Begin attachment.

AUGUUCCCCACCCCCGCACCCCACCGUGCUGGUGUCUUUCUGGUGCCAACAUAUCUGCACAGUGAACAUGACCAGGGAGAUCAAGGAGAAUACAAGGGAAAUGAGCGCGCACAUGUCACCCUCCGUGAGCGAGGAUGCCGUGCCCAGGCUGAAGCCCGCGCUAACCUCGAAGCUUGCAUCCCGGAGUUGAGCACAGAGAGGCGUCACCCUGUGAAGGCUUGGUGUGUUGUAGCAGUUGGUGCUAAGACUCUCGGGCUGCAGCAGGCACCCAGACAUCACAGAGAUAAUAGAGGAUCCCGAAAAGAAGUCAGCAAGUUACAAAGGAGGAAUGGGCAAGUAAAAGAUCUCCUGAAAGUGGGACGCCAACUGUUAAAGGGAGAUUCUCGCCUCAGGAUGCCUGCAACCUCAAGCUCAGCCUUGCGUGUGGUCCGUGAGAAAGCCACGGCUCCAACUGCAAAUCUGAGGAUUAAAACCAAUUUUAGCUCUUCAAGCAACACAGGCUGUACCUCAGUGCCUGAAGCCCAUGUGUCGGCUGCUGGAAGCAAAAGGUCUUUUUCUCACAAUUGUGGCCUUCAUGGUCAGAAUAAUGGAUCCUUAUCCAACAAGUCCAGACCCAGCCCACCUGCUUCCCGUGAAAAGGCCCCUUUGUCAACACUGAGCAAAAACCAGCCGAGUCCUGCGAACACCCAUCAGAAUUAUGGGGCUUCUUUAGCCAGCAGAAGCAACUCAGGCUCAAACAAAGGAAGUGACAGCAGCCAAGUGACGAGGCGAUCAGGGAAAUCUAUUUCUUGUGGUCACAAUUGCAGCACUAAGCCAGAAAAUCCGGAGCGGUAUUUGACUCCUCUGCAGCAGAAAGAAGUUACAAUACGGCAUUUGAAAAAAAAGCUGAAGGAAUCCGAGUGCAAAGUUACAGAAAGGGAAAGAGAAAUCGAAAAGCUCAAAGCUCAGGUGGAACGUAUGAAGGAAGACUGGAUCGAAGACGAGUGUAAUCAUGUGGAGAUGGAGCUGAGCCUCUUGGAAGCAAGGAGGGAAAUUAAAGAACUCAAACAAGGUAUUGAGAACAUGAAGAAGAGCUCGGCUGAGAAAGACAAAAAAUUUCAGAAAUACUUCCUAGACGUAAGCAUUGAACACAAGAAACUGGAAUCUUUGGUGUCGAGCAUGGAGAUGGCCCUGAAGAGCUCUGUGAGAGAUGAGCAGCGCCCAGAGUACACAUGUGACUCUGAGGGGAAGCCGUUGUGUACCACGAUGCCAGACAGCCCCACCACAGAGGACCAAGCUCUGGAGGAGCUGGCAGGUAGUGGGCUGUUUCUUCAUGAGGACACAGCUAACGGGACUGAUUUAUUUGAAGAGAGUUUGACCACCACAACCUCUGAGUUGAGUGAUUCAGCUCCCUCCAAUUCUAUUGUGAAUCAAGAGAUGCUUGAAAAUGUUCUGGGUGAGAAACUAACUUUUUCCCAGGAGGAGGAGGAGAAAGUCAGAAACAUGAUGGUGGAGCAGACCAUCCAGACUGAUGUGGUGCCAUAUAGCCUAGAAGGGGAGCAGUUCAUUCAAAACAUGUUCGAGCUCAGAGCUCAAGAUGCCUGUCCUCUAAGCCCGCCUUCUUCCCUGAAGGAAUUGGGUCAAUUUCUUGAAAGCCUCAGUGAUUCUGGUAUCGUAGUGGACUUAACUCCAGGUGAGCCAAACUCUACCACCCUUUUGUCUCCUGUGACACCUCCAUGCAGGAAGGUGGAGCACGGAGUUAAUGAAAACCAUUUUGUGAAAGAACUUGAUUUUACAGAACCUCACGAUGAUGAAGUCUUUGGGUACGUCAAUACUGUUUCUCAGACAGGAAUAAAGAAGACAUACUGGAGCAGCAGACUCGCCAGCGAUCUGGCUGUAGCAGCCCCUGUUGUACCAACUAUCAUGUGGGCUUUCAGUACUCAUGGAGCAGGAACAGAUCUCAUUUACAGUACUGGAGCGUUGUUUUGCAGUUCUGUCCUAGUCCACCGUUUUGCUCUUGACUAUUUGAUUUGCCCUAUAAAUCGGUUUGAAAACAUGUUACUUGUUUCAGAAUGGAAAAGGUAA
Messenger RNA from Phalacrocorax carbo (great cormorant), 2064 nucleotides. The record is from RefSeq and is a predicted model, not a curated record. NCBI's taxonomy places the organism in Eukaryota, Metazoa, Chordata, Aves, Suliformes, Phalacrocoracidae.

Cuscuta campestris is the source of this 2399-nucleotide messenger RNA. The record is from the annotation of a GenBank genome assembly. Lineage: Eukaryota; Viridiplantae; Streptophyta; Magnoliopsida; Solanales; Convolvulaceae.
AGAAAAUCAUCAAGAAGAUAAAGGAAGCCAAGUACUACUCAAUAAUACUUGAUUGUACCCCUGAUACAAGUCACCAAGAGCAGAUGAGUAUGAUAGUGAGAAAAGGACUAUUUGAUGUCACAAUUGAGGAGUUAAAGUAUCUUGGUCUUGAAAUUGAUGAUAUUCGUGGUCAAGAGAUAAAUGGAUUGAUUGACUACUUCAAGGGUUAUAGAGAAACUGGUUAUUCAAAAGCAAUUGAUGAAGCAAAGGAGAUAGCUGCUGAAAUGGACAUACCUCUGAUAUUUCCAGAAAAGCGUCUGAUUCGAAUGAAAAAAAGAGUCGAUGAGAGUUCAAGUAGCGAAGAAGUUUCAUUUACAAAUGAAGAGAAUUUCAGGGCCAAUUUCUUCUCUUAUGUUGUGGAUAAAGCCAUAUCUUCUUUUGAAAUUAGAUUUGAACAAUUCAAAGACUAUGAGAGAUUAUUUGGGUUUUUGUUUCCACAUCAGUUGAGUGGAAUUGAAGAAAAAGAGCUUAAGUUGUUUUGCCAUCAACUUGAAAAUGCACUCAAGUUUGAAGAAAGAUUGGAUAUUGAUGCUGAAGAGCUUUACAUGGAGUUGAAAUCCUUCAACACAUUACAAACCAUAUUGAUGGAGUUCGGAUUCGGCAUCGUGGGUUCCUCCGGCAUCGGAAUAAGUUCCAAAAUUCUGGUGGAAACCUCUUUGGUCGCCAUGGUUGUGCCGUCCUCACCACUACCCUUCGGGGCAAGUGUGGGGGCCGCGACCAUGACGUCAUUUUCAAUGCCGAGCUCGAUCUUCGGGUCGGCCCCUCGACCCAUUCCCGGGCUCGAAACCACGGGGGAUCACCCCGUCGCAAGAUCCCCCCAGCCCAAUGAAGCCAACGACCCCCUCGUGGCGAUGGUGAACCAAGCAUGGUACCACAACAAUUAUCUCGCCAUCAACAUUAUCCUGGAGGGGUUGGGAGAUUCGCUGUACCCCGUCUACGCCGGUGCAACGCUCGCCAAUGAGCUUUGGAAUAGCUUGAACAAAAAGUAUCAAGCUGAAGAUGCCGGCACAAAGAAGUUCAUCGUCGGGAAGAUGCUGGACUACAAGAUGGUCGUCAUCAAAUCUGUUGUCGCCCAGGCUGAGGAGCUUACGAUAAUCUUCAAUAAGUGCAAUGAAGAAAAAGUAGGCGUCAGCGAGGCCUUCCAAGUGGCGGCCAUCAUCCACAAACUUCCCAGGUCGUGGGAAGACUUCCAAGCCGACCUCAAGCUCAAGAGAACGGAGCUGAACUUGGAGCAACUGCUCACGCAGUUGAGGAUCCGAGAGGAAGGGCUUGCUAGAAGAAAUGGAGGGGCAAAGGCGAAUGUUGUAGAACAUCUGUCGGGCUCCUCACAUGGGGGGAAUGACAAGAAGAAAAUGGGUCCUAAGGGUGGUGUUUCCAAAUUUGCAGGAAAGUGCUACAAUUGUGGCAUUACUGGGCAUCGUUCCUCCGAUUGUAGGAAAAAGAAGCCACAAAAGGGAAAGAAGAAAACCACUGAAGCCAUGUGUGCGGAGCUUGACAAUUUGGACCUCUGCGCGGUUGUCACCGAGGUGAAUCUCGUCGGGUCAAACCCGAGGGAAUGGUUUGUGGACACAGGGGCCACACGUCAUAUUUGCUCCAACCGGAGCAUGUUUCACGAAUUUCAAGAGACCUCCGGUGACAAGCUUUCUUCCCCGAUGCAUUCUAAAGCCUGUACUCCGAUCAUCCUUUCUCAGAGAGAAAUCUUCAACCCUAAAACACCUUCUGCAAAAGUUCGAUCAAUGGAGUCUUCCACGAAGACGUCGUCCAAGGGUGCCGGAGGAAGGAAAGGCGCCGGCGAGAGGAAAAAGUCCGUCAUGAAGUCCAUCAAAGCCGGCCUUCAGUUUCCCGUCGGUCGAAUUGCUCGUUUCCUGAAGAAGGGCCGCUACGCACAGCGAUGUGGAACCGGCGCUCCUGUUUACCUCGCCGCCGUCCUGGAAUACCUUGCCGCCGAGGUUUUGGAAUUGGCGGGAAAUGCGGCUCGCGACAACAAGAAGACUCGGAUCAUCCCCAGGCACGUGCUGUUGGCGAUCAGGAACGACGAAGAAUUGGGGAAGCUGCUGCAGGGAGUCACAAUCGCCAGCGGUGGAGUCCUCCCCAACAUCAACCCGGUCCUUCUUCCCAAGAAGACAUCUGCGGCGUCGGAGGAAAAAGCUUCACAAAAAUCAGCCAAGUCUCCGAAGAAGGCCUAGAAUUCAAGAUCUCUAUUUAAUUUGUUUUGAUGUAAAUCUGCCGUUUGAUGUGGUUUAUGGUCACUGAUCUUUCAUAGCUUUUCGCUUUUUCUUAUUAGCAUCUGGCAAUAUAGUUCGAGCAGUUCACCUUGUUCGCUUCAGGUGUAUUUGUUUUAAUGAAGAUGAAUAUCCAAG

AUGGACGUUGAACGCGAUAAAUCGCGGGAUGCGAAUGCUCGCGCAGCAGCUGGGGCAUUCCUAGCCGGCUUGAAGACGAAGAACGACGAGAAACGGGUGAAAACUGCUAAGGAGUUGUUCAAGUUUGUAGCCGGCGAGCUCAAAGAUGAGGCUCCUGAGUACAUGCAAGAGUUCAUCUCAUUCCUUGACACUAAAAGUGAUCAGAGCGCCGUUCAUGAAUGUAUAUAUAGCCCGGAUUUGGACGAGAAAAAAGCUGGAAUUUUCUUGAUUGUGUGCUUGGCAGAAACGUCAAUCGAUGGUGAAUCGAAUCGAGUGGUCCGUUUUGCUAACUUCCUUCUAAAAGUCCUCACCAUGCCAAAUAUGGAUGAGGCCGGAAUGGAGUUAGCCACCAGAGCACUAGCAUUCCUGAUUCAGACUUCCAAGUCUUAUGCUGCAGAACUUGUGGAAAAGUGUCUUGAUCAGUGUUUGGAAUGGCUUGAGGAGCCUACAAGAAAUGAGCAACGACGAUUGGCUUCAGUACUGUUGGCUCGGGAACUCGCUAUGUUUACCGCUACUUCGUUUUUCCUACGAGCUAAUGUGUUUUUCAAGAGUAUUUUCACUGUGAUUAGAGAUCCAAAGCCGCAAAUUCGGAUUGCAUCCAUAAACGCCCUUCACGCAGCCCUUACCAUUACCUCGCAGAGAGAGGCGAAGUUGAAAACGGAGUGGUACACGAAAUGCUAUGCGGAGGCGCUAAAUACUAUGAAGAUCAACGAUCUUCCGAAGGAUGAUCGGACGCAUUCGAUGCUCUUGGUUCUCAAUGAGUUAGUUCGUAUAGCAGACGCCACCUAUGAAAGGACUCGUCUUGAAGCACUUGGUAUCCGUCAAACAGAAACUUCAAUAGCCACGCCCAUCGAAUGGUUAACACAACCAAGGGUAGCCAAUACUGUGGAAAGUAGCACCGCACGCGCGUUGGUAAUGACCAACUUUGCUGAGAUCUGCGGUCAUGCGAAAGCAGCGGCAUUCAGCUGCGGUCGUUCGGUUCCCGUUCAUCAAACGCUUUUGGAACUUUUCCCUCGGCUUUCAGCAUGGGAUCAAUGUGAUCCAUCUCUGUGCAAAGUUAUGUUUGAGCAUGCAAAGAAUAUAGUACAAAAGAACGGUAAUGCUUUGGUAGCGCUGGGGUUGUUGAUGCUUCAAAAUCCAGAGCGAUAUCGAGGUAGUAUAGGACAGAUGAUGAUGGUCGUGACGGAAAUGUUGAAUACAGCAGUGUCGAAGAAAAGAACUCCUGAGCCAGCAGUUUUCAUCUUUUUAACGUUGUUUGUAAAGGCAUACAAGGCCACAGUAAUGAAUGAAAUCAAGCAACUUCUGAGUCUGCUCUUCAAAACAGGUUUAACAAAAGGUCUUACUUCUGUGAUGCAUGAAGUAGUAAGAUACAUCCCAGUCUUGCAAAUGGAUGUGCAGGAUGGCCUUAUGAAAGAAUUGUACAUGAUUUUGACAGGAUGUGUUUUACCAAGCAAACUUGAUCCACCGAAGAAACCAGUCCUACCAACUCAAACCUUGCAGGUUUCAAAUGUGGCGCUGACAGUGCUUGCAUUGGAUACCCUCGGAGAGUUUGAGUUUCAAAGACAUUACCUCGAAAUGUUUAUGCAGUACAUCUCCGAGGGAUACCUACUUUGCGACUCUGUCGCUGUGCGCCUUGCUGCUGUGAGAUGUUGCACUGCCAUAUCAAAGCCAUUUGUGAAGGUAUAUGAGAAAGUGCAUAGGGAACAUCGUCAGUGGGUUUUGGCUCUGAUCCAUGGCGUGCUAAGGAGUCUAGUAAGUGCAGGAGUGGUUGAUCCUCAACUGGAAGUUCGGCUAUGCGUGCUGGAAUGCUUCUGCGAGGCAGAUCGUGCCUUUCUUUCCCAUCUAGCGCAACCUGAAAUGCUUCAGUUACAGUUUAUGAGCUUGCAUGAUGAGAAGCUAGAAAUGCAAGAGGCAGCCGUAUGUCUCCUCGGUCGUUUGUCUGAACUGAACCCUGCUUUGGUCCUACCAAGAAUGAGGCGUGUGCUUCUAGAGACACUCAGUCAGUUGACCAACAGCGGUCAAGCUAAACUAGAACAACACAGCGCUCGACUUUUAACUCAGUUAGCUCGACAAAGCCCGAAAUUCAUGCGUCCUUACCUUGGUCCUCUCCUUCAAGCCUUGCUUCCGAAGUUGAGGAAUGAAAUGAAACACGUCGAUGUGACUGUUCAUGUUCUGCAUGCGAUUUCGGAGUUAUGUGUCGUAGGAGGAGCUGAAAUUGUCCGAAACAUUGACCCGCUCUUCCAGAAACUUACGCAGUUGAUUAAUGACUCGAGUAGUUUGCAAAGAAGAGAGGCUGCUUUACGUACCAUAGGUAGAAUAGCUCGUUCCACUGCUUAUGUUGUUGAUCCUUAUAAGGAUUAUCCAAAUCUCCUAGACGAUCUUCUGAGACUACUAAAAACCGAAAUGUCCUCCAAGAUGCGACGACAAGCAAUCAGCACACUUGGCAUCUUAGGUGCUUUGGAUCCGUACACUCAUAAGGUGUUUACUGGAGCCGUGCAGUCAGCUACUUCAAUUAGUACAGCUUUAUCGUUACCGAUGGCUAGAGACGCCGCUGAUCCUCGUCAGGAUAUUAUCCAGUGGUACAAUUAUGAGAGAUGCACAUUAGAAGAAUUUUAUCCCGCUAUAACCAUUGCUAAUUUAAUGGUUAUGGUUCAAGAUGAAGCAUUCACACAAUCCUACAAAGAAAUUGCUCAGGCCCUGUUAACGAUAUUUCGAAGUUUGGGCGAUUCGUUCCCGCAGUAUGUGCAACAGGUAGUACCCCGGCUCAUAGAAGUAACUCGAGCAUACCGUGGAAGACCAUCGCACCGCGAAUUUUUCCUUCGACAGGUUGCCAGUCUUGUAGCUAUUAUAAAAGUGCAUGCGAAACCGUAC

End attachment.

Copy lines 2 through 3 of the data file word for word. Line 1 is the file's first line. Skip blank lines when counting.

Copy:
Messenger RNA from Phalacrocorax carbo (great cormorant), 2064 nucleotides. The record is from RefSeq and is a predicted model, not a curated record. NCBI's taxonomy places the organism in Eukaryota, Metazoa, Chordata, Aves, Suliformes, Phalacrocoracidae.

Cuscuta campestris is the source of this 2399-nucleotide messenger RNA. The record is from the annotation of a GenBank genome assembly. Lineage: Eukaryota; Viridiplantae; Streptophyta; Magnoliopsida; Solanales; Convolvulaceae.